Felting Fish

On July 16, 2013 by Darian Lajoie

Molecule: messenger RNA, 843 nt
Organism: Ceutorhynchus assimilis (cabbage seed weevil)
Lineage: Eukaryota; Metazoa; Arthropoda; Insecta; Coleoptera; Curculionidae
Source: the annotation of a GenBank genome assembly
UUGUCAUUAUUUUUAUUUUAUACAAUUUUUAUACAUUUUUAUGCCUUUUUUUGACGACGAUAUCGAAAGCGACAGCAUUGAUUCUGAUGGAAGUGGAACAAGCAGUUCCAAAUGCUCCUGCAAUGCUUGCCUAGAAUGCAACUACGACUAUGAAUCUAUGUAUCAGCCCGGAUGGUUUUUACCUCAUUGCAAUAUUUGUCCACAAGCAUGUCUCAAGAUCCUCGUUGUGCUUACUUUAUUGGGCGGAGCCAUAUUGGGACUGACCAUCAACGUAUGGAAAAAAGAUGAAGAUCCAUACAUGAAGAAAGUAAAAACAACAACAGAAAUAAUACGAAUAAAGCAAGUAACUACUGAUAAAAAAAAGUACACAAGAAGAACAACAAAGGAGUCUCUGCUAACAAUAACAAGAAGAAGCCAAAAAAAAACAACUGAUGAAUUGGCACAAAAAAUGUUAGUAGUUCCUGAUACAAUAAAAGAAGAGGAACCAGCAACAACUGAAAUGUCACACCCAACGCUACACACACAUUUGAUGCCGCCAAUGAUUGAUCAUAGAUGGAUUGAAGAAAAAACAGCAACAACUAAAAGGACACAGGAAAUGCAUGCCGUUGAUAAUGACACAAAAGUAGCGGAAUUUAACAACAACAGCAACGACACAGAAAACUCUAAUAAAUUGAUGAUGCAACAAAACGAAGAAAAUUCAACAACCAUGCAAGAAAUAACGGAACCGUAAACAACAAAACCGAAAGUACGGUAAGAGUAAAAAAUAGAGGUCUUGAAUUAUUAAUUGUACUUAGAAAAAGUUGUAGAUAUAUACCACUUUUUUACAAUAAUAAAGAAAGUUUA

IMG_20130512_122613Well, I have not done any felting for a bit, but decided to post some shots of some fish I was working on a while ago, one of which now lives in my downstairs bathroom. So the type of felting I do is called needle felting because you do it with a needle.  A felting needle, that is.  You can see the needle in this shot, sticking into a fluff of wool.  The needle has tiny barbs along its length which pull the wool fibres against each other and gradually mesh them together tighter and tighter as you continue to poke the needle into the wool. That is right – there are no knots or stitches or patterns.  You literally just poke a ball of wool with a needle.  The wool is called roving.  It is wool that can be dyed or undyed and has not yet been spun into yarn.  So it is just a ball of wool fluff to begin with, but as you poke it, you shape it into the size and shape of the thing you want to make.  Sounds weird, doesn’t it?  I know.  That’s ok. IMG_20130512_122737   This picture shows the same ball of wool after about half an hour of poking.  I think I should have taken another shot or two in the process, but, well, I didn’t.  I’ll know for next time.  So you can see that I have shaped an approximation of a fish body and a tail. You can keep felting until the object is quite firm, but it will hold its shape with much less felting as well, so it’s really a question of personal preference.  I like my felted objects to be firm but not too hard.  Sounds kind of rude, but you know what I mean.     IMG_20130512_131814Now that I’m happy with the body and tail, it’s time to add some colour.  I take little fluffs of coloured roving and just poke them right on top of the body.  At first they are very fuzzy, but I just keep poking until I’m happy with how it looks.  If I were making a very fuzzy creature, I might choose to felt the colour on lightly, so it will look fuzzier and less sleek.  You can see where the needle is at the end of the fish’s body that I have not quite finished because it still looks fuzzy. The reason I do the main form in undyed wool is that it is less expensive than the coloured wool, and you generally need more for the main form than you do just to colour it. In the next shot, I’m adding another colour for the bottom half of the fish.   IMG_20130512_135514   For the top and bottom fins and for the tail, I’m going to combine the two colours I’ve been using and make a darker purple by using two small carding combs to gradually comb the strands of colour together into one uniform colour.  In this shot you can see the two colours I started with, and the dark purple they made.  In the following shot you can see the carding combs, which are like little hair brushes with slightly bent bristles. IMG_20130512_152017 IMG_20130512_152055           Here are the two combined colours.  This fish is finished but I have not hung it or made bubbles or accents to go with it yet, so I’m going to put in a few pictures of a finished fish that I felted some blue bubbles for, and hung from a pair of chopsticks.  I strung the fish and bubbles on fishing line so the hanging line would be invisible.  The chopsticks were just hanging around, so I used them.  A dowel might have looked more professional but what the heck – I recycle.  And I think they look fine…also, hey! Suishi!  Get it?  Fish?  Chopsticks?  See?  I did it on purpose. IMG_20130512_152925IMG_20130513_190154                 I have added felted eyeballs, spots and stripes to this guy just by rolling, twisting and placing wool where I want it, and then felting it in place. IMG_20130513_190109IMG_20130513_190101               IMG_20130513_191222IMG_20130513_190032               IMG_20130513_191302   And these last three shots show the fish hanging in my bathroom.  Bloob bloop!  Feel free to email for more detail or questions.  I’m not really writing this blog with exact instructions for making things so much as to give a general idea of how I do my art projects.  Thanks for reading!

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